Timing is of the essence when winterizing a garden. The online gardening resource Get Busy Gardening!TM advises gardeners that the best time to winterize is after the first hard freeze in the fall. A hard freeze occurs when temperatures dip below freezing overnight. When that occurs, annual plants and vegetables are killed off and perennial plants, which grow back year after year, begin going dormant.

Better Homes and Gardens notes that perennials are the easiest plants to prepare for winter, as they require just a little cutting back and mulching to be safe from cold weather. But no two perennials are alike, so homeowners should consult their local gardening center for advice on how to prepare their particular perennials for the coming months.

The steps necessary to winterize annuals depends on which type of annuals, cool- or warm-climate, you have. Cool-climate annuals should be covered with polyspun garden fabric when light frost is in the forecast. In addition, Better Homes and Gardens recommends pulling dead annuals and adding them to a compost pile after a killing frost. Any annuals that developed fungal disease should be discarded. Mulch annual beds with a three- to four-inch layer of chopped leaves or similar materials, spreading the mulch only two inches thick over self-sown seeds you want to germinate in the spring.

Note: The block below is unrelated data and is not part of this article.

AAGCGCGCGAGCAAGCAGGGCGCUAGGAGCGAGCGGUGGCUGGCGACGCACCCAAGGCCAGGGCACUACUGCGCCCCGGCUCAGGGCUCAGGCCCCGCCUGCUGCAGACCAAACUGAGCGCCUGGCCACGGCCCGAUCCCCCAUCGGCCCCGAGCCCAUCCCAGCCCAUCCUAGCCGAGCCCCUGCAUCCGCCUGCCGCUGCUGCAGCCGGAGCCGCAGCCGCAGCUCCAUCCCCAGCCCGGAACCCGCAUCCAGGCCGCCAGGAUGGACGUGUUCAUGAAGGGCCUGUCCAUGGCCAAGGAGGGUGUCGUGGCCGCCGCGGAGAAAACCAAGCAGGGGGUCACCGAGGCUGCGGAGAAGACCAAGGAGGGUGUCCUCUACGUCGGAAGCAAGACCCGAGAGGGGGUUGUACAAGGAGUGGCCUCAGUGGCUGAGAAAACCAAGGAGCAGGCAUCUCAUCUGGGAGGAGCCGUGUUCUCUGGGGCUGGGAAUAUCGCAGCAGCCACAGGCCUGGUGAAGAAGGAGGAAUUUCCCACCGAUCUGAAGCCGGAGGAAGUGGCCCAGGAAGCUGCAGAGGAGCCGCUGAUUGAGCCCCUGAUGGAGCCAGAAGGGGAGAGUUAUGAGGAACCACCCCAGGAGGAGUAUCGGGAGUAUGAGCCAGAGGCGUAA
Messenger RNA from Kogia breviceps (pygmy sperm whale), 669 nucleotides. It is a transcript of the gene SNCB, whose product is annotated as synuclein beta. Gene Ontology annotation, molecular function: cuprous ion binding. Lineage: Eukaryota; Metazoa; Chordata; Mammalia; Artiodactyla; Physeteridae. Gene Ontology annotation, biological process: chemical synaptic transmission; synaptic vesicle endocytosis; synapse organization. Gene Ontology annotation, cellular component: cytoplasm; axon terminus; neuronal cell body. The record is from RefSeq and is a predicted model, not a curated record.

Warm-climate annuals also should be covered with polyspun garden fabric when light frost is expected. Seeds of cold-hardy annuals can be planted for extended winter bloom, while gardeners also can collect seeds of warm-weather plants that will breed true to type. Even though you're winterizing, Better Homes and Gardens recommends that gardeners continue to weed and water their plant beds and plants while also keeping an eye out for pests. If organic mulch has decomposed or thinned out, replace it with a new layer.

Get Busy Gardening!TM notes that the bulbs of tender plants like dahlias and tuberous begonias can be dug up and overwintered in their dormant state. All dead foliage should be removed after the bulbs have been dug up, and the bulbs should be allowed to dry out a little before being stored. Container gardeners can overwinter their tender bulbs in their pots inside, but be sure to remove their foliage and store them in a dark, cool place that maintains temperatures above freezing.

Winterizing may mark the end of gardening season, but it's an important task that can ensure a healthy, beautiful garden next spring, summer and fall.